So if you’re getting a bit confused about the various “plans” kicking around as Republicans struggle to come up with a united front on what to do if they (or the Supreme Court) ever succeed in repealing or disabling the Affordable Care Act, the Manhattan Institute’s Avik Roy prepared a useful if highly argumentative set of comparisons at Forbes the other day. He’s mainly focused on explaining the new Patient CARE Act, a refurbished version of last year’s Burr-Coburn-Hatch bill that is being promoted by Burr and Hatch along with Rep. Fred Upton. But he also compares that proposal with his own, and with the Weekly Standard-backed 2017 Project proposal.

Roy clears up one feature of the new PCARE Act proposal that I was uncertain about when I wrote about it the other day: it does indeed include interstate insurance sales, which pretty much means the plan’s provisions deferring to state regulatory powers on various subjects are likely to become moot as insurers race to the bottom to incorporate in the state with the least regulation.

He also nicely identifies the major stress points dividing the Republicans backing different plans. One is whether they incorporate the Affordable Care Act’s Medicare savings–a.k.a. the “Medicare cuts” Republicans savaged on the campaign trail the last three cycles. It’s a lot of money. Another is whether they embrace “Medicaid reforms,” typically dumping the program on the states by gradually withdrawing federal support. Still another is the treatment of people with pre-existing conditions, which in some plans have the withered booby-prize of state-run high-risk pools offering terrible insurance at exorbitant rates, and in others have limited protections if they have “continuous coverage.” And finally, there’s the issue Roy considers potentially irresolvable: whether to make purchasing subsidies offered via the tax code means-tested:

An alternative approach—embraced by groups like the 2017 Project—prefers a uniform tax credit that would be the same for the poor and the rich. The argument advanced by the 2017’ers is that a uniform tax credit avoids the problem of discouraging people from making more money, because their subsidy is the same regardless of income. The means-tested approach, they say, discourages work by gradually reducing the subsidy as income goes up. Furthermore, many conservatives are inherently hostile to the principle of income redistribution, and therefore have an intuitive aversion to means-tested subsidies.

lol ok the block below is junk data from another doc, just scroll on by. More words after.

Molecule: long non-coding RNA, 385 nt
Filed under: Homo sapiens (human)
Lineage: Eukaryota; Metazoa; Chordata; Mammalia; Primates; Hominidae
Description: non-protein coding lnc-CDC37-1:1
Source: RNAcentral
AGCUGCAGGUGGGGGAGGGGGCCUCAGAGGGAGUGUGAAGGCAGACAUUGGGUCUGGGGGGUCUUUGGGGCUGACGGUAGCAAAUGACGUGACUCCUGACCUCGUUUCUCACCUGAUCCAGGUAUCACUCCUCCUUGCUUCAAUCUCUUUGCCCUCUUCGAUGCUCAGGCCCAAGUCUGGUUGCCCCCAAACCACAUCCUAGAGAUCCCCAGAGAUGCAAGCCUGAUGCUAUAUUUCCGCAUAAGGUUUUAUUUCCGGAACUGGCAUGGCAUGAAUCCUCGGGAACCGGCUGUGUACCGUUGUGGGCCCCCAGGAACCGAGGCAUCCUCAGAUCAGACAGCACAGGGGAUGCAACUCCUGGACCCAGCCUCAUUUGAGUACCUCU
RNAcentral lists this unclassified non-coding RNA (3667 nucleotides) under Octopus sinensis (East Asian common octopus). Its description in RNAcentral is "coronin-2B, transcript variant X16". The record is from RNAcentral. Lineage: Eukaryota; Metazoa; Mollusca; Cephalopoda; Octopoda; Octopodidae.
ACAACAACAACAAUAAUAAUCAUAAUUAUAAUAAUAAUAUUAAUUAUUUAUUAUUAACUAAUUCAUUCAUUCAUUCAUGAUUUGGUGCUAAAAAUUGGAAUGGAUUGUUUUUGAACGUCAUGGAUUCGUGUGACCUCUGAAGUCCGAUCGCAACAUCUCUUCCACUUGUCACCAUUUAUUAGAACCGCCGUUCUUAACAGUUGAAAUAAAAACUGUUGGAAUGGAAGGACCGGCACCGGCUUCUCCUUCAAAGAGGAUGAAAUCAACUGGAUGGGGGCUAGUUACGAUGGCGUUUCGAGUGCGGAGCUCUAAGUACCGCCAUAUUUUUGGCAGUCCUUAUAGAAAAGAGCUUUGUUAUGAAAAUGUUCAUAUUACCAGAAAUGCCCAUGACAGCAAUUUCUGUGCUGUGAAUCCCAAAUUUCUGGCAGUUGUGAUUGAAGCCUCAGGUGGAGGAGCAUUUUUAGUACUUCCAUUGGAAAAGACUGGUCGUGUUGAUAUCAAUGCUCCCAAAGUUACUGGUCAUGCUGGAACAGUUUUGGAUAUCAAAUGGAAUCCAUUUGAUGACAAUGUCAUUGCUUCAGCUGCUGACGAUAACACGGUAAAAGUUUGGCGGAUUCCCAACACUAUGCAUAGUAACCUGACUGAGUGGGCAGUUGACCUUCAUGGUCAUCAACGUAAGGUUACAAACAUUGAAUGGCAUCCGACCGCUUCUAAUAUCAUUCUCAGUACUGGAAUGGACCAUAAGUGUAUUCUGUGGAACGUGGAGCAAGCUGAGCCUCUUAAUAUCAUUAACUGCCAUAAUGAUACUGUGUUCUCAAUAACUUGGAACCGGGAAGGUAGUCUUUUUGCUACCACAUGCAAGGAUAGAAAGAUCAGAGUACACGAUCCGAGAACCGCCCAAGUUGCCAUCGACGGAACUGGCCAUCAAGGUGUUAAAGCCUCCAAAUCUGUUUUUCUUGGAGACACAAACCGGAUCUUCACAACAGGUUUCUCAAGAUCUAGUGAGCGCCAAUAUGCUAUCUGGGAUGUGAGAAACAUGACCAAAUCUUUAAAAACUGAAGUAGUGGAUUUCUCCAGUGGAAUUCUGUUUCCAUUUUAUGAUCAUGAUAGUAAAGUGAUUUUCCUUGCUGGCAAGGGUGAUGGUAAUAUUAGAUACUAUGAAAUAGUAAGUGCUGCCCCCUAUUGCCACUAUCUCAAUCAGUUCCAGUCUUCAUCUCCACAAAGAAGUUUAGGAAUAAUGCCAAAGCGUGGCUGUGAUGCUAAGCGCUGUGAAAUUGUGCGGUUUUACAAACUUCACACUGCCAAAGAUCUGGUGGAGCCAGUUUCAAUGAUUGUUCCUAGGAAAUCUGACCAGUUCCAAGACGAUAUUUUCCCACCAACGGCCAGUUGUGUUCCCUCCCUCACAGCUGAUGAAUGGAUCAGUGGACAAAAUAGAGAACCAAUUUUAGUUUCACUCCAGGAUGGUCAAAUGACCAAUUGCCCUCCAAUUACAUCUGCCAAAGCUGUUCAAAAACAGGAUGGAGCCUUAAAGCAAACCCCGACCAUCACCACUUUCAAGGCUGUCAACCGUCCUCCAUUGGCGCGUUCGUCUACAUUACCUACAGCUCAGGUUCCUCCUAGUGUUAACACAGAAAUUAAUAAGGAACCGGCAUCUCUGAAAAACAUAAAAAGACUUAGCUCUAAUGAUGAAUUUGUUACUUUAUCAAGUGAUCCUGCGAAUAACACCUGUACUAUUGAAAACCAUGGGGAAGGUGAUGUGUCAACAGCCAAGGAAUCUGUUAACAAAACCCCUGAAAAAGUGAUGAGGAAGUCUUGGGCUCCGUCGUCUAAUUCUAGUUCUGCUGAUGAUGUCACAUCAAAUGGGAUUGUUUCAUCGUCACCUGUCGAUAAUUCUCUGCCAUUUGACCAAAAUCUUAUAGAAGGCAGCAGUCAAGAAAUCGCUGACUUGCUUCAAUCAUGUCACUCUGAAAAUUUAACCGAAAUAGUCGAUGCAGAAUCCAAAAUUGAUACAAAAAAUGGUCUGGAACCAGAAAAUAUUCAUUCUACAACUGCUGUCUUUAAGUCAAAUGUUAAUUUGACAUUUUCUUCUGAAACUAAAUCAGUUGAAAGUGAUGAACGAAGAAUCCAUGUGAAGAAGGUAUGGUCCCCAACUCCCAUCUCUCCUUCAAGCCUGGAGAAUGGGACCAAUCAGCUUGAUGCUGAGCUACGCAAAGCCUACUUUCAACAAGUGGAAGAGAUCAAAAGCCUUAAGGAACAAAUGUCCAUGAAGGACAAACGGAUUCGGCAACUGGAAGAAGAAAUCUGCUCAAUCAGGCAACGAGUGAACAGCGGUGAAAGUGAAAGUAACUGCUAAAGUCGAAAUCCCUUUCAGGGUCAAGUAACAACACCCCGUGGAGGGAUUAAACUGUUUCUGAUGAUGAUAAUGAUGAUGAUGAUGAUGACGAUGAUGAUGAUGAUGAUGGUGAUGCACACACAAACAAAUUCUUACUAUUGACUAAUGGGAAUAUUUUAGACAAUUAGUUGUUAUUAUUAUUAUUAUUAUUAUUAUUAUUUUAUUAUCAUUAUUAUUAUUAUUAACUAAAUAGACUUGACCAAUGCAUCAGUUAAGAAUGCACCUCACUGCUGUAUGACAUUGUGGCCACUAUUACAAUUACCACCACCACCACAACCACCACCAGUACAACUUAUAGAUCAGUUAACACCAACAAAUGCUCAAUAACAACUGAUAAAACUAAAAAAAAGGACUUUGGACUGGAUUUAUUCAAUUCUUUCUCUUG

You can see here how the broader debate among conservatives over income inequality and wage stagnation has bled into the more specific debate over health care. If you are going to make the argument that means-tested public benefits are the single greatest impediment to maximum private-sector employment, then you obviously cannot set up a new set of such benefits under the Republican “brand.” But a uniform tax credit for buying health insurance will either be insanely expensive or will leave the most vulnerable people far worse off than they are under Obamacare.

Roy doesn’t look at every GOP plan, most obviously excluding Bobby Jindal’s, which adds even more discord to the debate by focusing almost exclusively on cost-containment at the expense of expanded coverage for the uninsured, corresponding with Bobby’s political argument that his rivals are peddling Obamacare-Lite. All in all, it’s very obvious GOPers are many miles away from agreement on a “replacement” plan, and even if the Supremes don’t force their hands in June, they’re running out of time.

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Ed Kilgore is a political columnist for New York and managing editor at the Democratic Strategist website. He was a contributing writer at the Washington Monthly from January 2012 until November 2015, and was the principal contributor to the Political Animal blog.